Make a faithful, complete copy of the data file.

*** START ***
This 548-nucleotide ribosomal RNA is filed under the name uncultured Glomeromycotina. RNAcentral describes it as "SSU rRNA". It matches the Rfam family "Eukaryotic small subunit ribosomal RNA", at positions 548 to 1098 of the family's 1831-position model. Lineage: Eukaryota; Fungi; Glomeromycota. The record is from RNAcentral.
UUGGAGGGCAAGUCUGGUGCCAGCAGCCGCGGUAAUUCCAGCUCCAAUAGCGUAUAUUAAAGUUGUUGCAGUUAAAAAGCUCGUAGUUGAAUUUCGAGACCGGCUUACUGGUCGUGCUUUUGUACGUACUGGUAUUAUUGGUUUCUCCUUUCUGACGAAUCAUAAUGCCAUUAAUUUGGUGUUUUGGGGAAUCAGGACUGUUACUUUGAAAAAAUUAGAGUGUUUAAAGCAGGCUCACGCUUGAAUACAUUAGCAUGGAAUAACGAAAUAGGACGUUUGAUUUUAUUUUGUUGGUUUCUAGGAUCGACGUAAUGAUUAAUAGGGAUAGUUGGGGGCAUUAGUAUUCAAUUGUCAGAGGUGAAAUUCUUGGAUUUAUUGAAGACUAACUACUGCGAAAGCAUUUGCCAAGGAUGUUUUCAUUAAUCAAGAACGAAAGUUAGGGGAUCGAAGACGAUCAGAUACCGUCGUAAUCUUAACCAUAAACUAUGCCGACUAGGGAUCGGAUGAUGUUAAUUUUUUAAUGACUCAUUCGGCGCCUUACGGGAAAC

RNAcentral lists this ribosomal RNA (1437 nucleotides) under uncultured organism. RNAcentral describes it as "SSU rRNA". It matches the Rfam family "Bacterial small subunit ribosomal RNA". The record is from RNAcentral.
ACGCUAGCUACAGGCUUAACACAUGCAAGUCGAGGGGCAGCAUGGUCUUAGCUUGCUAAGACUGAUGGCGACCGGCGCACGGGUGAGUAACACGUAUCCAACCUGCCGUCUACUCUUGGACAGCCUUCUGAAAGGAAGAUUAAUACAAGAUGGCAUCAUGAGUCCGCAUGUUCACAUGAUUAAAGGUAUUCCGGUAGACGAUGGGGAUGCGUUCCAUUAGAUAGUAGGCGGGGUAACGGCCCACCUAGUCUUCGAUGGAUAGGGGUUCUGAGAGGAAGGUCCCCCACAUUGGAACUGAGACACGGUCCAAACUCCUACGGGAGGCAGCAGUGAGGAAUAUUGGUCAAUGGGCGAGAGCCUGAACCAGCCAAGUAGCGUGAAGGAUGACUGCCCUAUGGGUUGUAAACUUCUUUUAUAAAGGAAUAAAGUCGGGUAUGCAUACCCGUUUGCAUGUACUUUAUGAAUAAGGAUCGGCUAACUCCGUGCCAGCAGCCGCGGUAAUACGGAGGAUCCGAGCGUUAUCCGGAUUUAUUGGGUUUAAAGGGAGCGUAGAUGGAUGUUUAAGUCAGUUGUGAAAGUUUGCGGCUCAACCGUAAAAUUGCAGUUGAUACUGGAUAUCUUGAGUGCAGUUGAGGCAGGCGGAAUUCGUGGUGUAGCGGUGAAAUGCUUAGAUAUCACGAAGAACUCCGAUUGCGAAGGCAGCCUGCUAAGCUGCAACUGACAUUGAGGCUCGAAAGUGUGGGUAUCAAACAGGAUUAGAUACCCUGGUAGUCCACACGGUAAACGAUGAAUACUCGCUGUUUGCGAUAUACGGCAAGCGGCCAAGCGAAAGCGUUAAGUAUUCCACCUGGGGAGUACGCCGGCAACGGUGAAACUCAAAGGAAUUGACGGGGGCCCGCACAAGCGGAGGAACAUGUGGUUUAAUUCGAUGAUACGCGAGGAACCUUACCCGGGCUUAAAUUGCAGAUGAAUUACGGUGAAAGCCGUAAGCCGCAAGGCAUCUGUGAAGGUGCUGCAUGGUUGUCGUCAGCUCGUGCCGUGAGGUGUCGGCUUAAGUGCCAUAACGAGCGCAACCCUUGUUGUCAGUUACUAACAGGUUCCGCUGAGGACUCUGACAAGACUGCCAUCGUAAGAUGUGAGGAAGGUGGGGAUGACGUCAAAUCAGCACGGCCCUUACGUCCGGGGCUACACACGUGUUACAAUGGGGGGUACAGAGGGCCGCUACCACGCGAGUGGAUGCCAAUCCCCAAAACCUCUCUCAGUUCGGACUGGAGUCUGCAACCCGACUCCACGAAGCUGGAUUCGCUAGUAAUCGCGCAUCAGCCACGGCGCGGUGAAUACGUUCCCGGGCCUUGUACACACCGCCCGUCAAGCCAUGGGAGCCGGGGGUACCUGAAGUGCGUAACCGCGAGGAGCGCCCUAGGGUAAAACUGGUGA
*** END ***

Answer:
This 548-nucleotide ribosomal RNA is filed under the name uncultured Glomeromycotina. RNAcentral describes it as "SSU rRNA". It matches the Rfam family "Eukaryotic small subunit ribosomal RNA", at positions 548 to 1098 of the family's 1831-position model. Lineage: Eukaryota; Fungi; Glomeromycota. The record is from RNAcentral.
UUGGAGGGCAAGUCUGGUGCCAGCAGCCGCGGUAAUUCCAGCUCCAAUAGCGUAUAUUAAAGUUGUUGCAGUUAAAAAGCUCGUAGUUGAAUUUCGAGACCGGCUUACUGGUCGUGCUUUUGUACGUACUGGUAUUAUUGGUUUCUCCUUUCUGACGAAUCAUAAUGCCAUUAAUUUGGUGUUUUGGGGAAUCAGGACUGUUACUUUGAAAAAAUUAGAGUGUUUAAAGCAGGCUCACGCUUGAAUACAUUAGCAUGGAAUAACGAAAUAGGACGUUUGAUUUUAUUUUGUUGGUUUCUAGGAUCGACGUAAUGAUUAAUAGGGAUAGUUGGGGGCAUUAGUAUUCAAUUGUCAGAGGUGAAAUUCUUGGAUUUAUUGAAGACUAACUACUGCGAAAGCAUUUGCCAAGGAUGUUUUCAUUAAUCAAGAACGAAAGUUAGGGGAUCGAAGACGAUCAGAUACCGUCGUAAUCUUAACCAUAAACUAUGCCGACUAGGGAUCGGAUGAUGUUAAUUUUUUAAUGACUCAUUCGGCGCCUUACGGGAAAC

RNAcentral lists this ribosomal RNA (1437 nucleotides) under uncultured organism. RNAcentral describes it as "SSU rRNA". It matches the Rfam family "Bacterial small subunit ribosomal RNA". The record is from RNAcentral.
ACGCUAGCUACAGGCUUAACACAUGCAAGUCGAGGGGCAGCAUGGUCUUAGCUUGCUAAGACUGAUGGCGACCGGCGCACGGGUGAGUAACACGUAUCCAACCUGCCGUCUACUCUUGGACAGCCUUCUGAAAGGAAGAUUAAUACAAGAUGGCAUCAUGAGUCCGCAUGUUCACAUGAUUAAAGGUAUUCCGGUAGACGAUGGGGAUGCGUUCCAUUAGAUAGUAGGCGGGGUAACGGCCCACCUAGUCUUCGAUGGAUAGGGGUUCUGAGAGGAAGGUCCCCCACAUUGGAACUGAGACACGGUCCAAACUCCUACGGGAGGCAGCAGUGAGGAAUAUUGGUCAAUGGGCGAGAGCCUGAACCAGCCAAGUAGCGUGAAGGAUGACUGCCCUAUGGGUUGUAAACUUCUUUUAUAAAGGAAUAAAGUCGGGUAUGCAUACCCGUUUGCAUGUACUUUAUGAAUAAGGAUCGGCUAACUCCGUGCCAGCAGCCGCGGUAAUACGGAGGAUCCGAGCGUUAUCCGGAUUUAUUGGGUUUAAAGGGAGCGUAGAUGGAUGUUUAAGUCAGUUGUGAAAGUUUGCGGCUCAACCGUAAAAUUGCAGUUGAUACUGGAUAUCUUGAGUGCAGUUGAGGCAGGCGGAAUUCGUGGUGUAGCGGUGAAAUGCUUAGAUAUCACGAAGAACUCCGAUUGCGAAGGCAGCCUGCUAAGCUGCAACUGACAUUGAGGCUCGAAAGUGUGGGUAUCAAACAGGAUUAGAUACCCUGGUAGUCCACACGGUAAACGAUGAAUACUCGCUGUUUGCGAUAUACGGCAAGCGGCCAAGCGAAAGCGUUAAGUAUUCCACCUGGGGAGUACGCCGGCAACGGUGAAACUCAAAGGAAUUGACGGGGGCCCGCACAAGCGGAGGAACAUGUGGUUUAAUUCGAUGAUACGCGAGGAACCUUACCCGGGCUUAAAUUGCAGAUGAAUUACGGUGAAAGCCGUAAGCCGCAAGGCAUCUGUGAAGGUGCUGCAUGGUUGUCGUCAGCUCGUGCCGUGAGGUGUCGGCUUAAGUGCCAUAACGAGCGCAACCCUUGUUGUCAGUUACUAACAGGUUCCGCUGAGGACUCUGACAAGACUGCCAUCGUAAGAUGUGAGGAAGGUGGGGAUGACGUCAAAUCAGCACGGCCCUUACGUCCGGGGCUACACACGUGUUACAAUGGGGGGUACAGAGGGCCGCUACCACGCGAGUGGAUGCCAAUCCCCAAAACCUCUCUCAGUUCGGACUGGAGUCUGCAACCCGACUCCACGAAGCUGGAUUCGCUAGUAAUCGCGCAUCAGCCACGGCGCGGUGAAUACGUUCCCGGGCCUUGUACACACCGCCCGUCAAGCCAUGGGAGCCGGGGGUACCUGAAGUGCGUAACCGCGAGGAGCGCCCUAGGGUAAAACUGGUGA